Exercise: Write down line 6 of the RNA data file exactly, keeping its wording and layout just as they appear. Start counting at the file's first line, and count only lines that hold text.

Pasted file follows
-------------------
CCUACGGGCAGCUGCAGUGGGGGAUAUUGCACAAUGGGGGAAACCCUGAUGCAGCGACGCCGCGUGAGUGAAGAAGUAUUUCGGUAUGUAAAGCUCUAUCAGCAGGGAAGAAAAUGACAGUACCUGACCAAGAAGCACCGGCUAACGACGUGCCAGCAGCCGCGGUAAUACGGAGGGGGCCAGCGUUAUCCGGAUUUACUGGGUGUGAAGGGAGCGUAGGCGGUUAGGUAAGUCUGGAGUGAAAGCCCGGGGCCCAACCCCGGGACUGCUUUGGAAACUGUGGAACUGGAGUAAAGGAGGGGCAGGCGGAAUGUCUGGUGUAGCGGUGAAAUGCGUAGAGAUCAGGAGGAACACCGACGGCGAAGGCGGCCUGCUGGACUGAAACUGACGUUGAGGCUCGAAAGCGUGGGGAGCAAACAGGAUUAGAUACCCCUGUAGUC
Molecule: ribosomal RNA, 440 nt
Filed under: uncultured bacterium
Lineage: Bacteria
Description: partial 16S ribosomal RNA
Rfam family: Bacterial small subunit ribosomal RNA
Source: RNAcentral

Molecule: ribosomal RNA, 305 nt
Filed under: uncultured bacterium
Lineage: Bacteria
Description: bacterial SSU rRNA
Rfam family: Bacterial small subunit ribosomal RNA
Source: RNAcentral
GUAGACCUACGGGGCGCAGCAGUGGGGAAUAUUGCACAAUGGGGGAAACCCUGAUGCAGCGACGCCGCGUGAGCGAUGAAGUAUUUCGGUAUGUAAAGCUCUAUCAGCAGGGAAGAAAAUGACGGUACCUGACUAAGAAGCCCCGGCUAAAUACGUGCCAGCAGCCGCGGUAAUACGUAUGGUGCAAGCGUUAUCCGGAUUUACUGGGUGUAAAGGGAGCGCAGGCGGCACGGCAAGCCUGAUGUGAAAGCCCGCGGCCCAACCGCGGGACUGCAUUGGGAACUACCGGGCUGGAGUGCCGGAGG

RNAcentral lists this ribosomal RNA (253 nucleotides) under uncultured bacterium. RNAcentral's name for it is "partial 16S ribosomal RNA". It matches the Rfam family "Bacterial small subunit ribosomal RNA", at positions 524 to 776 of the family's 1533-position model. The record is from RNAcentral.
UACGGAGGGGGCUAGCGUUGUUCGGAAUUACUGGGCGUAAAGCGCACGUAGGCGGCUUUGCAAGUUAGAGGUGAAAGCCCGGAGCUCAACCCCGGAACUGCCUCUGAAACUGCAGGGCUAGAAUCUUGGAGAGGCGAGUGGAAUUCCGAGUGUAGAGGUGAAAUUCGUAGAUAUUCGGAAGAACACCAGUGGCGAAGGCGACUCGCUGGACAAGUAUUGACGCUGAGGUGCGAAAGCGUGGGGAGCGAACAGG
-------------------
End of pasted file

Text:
Rfam family: Bacterial small subunit ribosomal RNA